By Dorene Lehavi
He said his name was Craig and he sounded very distraught because his business partners were having a meltdown. After 12 years of getting along well in a successful business, they were blindsided when they lost their biggest client. Worse was that the 4 of them, usually friends, were blaming each other, getting into yelling matches and behaving in ways that until now had been totally foreign to this “ideal partnership”. Could I rescue them?
I spent a day onsite, interviewing each separately and in the afternoon brought them together as a team. Each shared with me and later with each other their complaints, concerns and resentments towards the other partners that they had kept hidden all these years. There was a basic trust and respect among them, but small wounds and annoyances over the years had been festering. As a result, little by little they had avoided regular meetings to discuss anything. Losing their biggest client was the last straw that had made it impossible to keep quiet anymore.
The client had fallen through the cracks with no one noticing the signs that he might be leaving. Who was responsible? No one thought it was their fault and with great conviction blamed the others.
One of the perks of having partners is that work gets divided based on each partner’s complementary strengths. It is great to be able to take advantage of someone else’s creativity, knowledge, and skills. It’s a relief to have someone else work in an area that you don’t enjoy, but too often partners take that to mean they don’t have to know anything about the other areas especially when they trust each other’s abilities and work ethic. It is a huge mistake to take such an attitude.
This is what Tom, Craig, Lenny and Ray (not their real names) had done. Each of them had their own area of expertise for which they were responsible: finance and IT, marketing, inventory and fulfillment, and customer and employee relations. They had over 40 employees divided among their departments.
All partners need to be “in the know” about all areas of the business – including project statuses, milestones, key vendors, coordination of teams and budgets, etc. This has nothing to do with whether or not you trust your partner’s expertise. Too often, I have seen business partners discover that they don’t know the first thing about the company’s marketing strategy, hiring processes, even cash flow because it’s the “responsibility” of another partner. They don’t find out until something catastrophic happens.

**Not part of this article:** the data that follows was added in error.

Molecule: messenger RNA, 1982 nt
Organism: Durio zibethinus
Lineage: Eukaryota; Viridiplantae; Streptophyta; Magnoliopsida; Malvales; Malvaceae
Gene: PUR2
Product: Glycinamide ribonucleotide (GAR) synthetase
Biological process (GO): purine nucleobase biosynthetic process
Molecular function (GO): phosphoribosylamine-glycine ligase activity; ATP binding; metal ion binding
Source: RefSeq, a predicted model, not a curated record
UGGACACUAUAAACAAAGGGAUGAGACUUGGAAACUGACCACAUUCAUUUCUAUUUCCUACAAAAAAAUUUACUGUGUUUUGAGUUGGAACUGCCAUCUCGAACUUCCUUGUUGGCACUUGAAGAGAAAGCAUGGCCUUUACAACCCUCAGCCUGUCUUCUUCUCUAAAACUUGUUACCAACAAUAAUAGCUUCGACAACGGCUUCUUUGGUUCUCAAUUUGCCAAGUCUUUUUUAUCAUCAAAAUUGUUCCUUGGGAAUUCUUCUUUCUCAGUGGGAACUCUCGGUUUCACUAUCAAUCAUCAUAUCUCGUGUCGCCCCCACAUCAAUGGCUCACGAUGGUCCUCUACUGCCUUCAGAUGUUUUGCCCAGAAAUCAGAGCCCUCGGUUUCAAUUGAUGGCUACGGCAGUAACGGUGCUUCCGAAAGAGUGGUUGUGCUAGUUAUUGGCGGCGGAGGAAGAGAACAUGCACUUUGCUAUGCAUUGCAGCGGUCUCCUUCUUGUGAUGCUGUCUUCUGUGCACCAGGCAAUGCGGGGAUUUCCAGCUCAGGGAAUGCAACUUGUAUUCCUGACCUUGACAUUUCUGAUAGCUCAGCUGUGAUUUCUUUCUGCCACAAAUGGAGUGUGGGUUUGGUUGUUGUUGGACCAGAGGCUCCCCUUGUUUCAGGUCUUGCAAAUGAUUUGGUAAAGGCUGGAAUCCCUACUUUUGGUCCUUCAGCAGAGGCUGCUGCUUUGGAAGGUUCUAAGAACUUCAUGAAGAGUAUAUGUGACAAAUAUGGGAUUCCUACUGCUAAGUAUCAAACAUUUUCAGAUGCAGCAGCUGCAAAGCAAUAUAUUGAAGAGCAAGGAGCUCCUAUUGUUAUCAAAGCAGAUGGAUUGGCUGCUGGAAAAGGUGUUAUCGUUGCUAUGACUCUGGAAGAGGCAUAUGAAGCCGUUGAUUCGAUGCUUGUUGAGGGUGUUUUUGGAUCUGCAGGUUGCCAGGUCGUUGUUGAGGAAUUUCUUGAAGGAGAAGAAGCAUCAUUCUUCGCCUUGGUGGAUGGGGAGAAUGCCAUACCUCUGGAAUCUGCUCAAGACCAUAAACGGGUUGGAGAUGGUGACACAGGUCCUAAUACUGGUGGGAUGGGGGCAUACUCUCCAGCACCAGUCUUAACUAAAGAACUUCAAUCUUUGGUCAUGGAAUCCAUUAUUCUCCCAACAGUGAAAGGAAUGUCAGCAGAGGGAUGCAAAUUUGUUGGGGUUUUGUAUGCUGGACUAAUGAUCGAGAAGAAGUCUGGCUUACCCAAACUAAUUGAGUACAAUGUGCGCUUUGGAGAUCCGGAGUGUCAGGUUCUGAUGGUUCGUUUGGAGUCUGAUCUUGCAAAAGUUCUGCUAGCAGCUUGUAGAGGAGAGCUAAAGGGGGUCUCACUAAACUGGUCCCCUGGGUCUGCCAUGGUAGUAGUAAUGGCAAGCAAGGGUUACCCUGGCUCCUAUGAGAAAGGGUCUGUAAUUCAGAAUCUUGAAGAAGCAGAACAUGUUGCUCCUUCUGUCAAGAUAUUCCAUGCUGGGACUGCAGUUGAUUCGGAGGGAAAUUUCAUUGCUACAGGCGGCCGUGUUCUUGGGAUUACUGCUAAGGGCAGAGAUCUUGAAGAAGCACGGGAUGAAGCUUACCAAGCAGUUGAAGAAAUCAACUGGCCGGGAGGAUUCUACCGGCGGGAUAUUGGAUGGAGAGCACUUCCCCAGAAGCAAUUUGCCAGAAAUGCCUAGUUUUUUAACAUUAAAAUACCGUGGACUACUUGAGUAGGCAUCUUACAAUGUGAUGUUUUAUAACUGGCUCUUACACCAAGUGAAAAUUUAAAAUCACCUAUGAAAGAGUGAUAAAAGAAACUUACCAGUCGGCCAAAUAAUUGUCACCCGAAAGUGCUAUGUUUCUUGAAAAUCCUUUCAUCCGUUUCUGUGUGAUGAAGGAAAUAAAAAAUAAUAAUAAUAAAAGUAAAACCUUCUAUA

Not only is everyone responsible to know about all of the areas in their business, but without coordination and discussion between the departments, the business cannot function optimally. And the bottom line, even with the big client onboard, was not as robust as it could be. All partners are responsible to know what is happening in all departments, actively evaluating, brainstorming, and making decisions that affect the whole.
My rescue plan successfully concluded with their reinstating regularly scheduled meetings where open communication would prevail. Annoyances, misunderstandings and disagreements would be brought up when they occurred to prevent the festering that leads to disastrous results.
In order for the business to thrive, each partner committed to be responsible for the big picture in addition to their particular area of responsibility. Blaming others was no longer an acceptable part of their culture.
Share your thoughts on this topic in the comment section below.
Dorene Lehavi, Ph.D., transitioned her practice as a therapist to coaching, where she has over 20 years of experience as the recognized expert in business partnership relationships. She earned her doctorate at University of Southern California and MSW at Hunter College, NYC. Her mission is to reverse the statistic that most partnerships fail to most succeed. Dr. Lehavi is the creator of unique success oriented DIY tools such as the popular Business Partnership Agreement Templates. Learn more by visiting www.bizpartnerpro.com.